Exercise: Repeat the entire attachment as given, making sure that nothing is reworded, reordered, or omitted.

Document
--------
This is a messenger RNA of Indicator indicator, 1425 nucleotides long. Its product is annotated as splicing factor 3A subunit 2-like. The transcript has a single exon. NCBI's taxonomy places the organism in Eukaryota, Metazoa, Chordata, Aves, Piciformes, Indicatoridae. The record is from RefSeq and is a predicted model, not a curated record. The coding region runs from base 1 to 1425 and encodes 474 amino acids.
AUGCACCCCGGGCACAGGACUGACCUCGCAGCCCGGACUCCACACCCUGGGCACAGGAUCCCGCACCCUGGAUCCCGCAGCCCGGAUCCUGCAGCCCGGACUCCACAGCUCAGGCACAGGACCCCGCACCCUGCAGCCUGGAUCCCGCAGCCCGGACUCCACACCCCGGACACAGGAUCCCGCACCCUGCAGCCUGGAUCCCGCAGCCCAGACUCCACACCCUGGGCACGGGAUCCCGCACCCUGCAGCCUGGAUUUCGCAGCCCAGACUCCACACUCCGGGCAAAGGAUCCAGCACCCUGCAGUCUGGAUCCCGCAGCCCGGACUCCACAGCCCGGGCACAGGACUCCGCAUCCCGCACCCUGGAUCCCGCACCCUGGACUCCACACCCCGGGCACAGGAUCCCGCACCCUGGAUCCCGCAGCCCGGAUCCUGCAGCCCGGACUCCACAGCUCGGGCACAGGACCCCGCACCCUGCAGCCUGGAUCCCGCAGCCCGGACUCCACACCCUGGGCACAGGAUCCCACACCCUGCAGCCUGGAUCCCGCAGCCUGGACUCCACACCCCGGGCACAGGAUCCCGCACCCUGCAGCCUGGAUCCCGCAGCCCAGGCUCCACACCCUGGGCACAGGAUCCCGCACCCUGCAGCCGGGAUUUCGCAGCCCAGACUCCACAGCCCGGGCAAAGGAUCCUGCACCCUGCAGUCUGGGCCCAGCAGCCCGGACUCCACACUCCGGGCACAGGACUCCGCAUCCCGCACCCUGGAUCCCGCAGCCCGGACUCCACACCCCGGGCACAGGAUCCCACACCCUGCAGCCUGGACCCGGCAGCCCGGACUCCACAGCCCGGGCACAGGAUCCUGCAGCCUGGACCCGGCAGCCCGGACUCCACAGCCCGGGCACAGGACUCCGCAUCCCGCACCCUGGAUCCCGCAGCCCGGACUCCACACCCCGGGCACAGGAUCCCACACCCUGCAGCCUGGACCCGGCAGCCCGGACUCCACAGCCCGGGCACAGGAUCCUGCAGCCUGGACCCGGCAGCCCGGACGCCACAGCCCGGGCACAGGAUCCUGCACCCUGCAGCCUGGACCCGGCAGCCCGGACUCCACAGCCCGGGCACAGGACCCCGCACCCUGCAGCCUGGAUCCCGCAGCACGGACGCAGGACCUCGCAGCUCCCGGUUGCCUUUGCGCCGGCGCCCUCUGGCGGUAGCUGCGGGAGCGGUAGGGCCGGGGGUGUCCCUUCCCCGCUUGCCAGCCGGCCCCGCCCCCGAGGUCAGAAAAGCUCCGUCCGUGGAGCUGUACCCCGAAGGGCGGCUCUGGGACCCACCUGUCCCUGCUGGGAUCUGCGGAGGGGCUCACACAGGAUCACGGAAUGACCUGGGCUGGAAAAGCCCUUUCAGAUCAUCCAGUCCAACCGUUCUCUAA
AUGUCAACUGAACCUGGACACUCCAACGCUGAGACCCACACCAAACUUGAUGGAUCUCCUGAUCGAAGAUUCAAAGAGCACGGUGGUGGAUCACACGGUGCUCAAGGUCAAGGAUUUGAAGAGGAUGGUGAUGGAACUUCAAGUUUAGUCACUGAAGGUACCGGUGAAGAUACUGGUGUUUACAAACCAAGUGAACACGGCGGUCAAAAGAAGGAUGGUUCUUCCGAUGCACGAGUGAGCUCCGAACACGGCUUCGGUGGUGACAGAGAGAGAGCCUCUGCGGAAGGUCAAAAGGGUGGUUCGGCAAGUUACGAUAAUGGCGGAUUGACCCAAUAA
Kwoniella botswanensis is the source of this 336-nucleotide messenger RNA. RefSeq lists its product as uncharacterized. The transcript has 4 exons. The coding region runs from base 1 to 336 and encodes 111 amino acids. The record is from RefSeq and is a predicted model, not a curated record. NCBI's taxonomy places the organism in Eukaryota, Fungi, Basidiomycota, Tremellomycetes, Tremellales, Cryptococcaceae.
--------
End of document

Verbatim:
This is a messenger RNA of Indicator indicator, 1425 nucleotides long. Its product is annotated as splicing factor 3A subunit 2-like. The transcript has a single exon. NCBI's taxonomy places the organism in Eukaryota, Metazoa, Chordata, Aves, Piciformes, Indicatoridae. The record is from RefSeq and is a predicted model, not a curated record. The coding region runs from base 1 to 1425 and encodes 474 amino acids.
AUGCACCCCGGGCACAGGACUGACCUCGCAGCCCGGACUCCACACCCUGGGCACAGGAUCCCGCACCCUGGAUCCCGCAGCCCGGAUCCUGCAGCCCGGACUCCACAGCUCAGGCACAGGACCCCGCACCCUGCAGCCUGGAUCCCGCAGCCCGGACUCCACACCCCGGACACAGGAUCCCGCACCCUGCAGCCUGGAUCCCGCAGCCCAGACUCCACACCCUGGGCACGGGAUCCCGCACCCUGCAGCCUGGAUUUCGCAGCCCAGACUCCACACUCCGGGCAAAGGAUCCAGCACCCUGCAGUCUGGAUCCCGCAGCCCGGACUCCACAGCCCGGGCACAGGACUCCGCAUCCCGCACCCUGGAUCCCGCACCCUGGACUCCACACCCCGGGCACAGGAUCCCGCACCCUGGAUCCCGCAGCCCGGAUCCUGCAGCCCGGACUCCACAGCUCGGGCACAGGACCCCGCACCCUGCAGCCUGGAUCCCGCAGCCCGGACUCCACACCCUGGGCACAGGAUCCCACACCCUGCAGCCUGGAUCCCGCAGCCUGGACUCCACACCCCGGGCACAGGAUCCCGCACCCUGCAGCCUGGAUCCCGCAGCCCAGGCUCCACACCCUGGGCACAGGAUCCCGCACCCUGCAGCCGGGAUUUCGCAGCCCAGACUCCACAGCCCGGGCAAAGGAUCCUGCACCCUGCAGUCUGGGCCCAGCAGCCCGGACUCCACACUCCGGGCACAGGACUCCGCAUCCCGCACCCUGGAUCCCGCAGCCCGGACUCCACACCCCGGGCACAGGAUCCCACACCCUGCAGCCUGGACCCGGCAGCCCGGACUCCACAGCCCGGGCACAGGAUCCUGCAGCCUGGACCCGGCAGCCCGGACUCCACAGCCCGGGCACAGGACUCCGCAUCCCGCACCCUGGAUCCCGCAGCCCGGACUCCACACCCCGGGCACAGGAUCCCACACCCUGCAGCCUGGACCCGGCAGCCCGGACUCCACAGCCCGGGCACAGGAUCCUGCAGCCUGGACCCGGCAGCCCGGACGCCACAGCCCGGGCACAGGAUCCUGCACCCUGCAGCCUGGACCCGGCAGCCCGGACUCCACAGCCCGGGCACAGGACCCCGCACCCUGCAGCCUGGAUCCCGCAGCACGGACGCAGGACCUCGCAGCUCCCGGUUGCCUUUGCGCCGGCGCCCUCUGGCGGUAGCUGCGGGAGCGGUAGGGCCGGGGGUGUCCCUUCCCCGCUUGCCAGCCGGCCCCGCCCCCGAGGUCAGAAAAGCUCCGUCCGUGGAGCUGUACCCCGAAGGGCGGCUCUGGGACCCACCUGUCCCUGCUGGGAUCUGCGGAGGGGCUCACACAGGAUCACGGAAUGACCUGGGCUGGAAAAGCCCUUUCAGAUCAUCCAGUCCAACCGUUCUCUAA
AUGUCAACUGAACCUGGACACUCCAACGCUGAGACCCACACCAAACUUGAUGGAUCUCCUGAUCGAAGAUUCAAAGAGCACGGUGGUGGAUCACACGGUGCUCAAGGUCAAGGAUUUGAAGAGGAUGGUGAUGGAACUUCAAGUUUAGUCACUGAAGGUACCGGUGAAGAUACUGGUGUUUACAAACCAAGUGAACACGGCGGUCAAAAGAAGGAUGGUUCUUCCGAUGCACGAGUGAGCUCCGAACACGGCUUCGGUGGUGACAGAGAGAGAGCCUCUGCGGAAGGUCAAAAGGGUGGUUCGGCAAGUUACGAUAAUGGCGGAUUGACCCAAUAA
Kwoniella botswanensis is the source of this 336-nucleotide messenger RNA. RefSeq lists its product as uncharacterized. The transcript has 4 exons. The coding region runs from base 1 to 336 and encodes 111 amino acids. The record is from RefSeq and is a predicted model, not a curated record. NCBI's taxonomy places the organism in Eukaryota, Fungi, Basidiomycota, Tremellomycetes, Tremellales, Cryptococcaceae.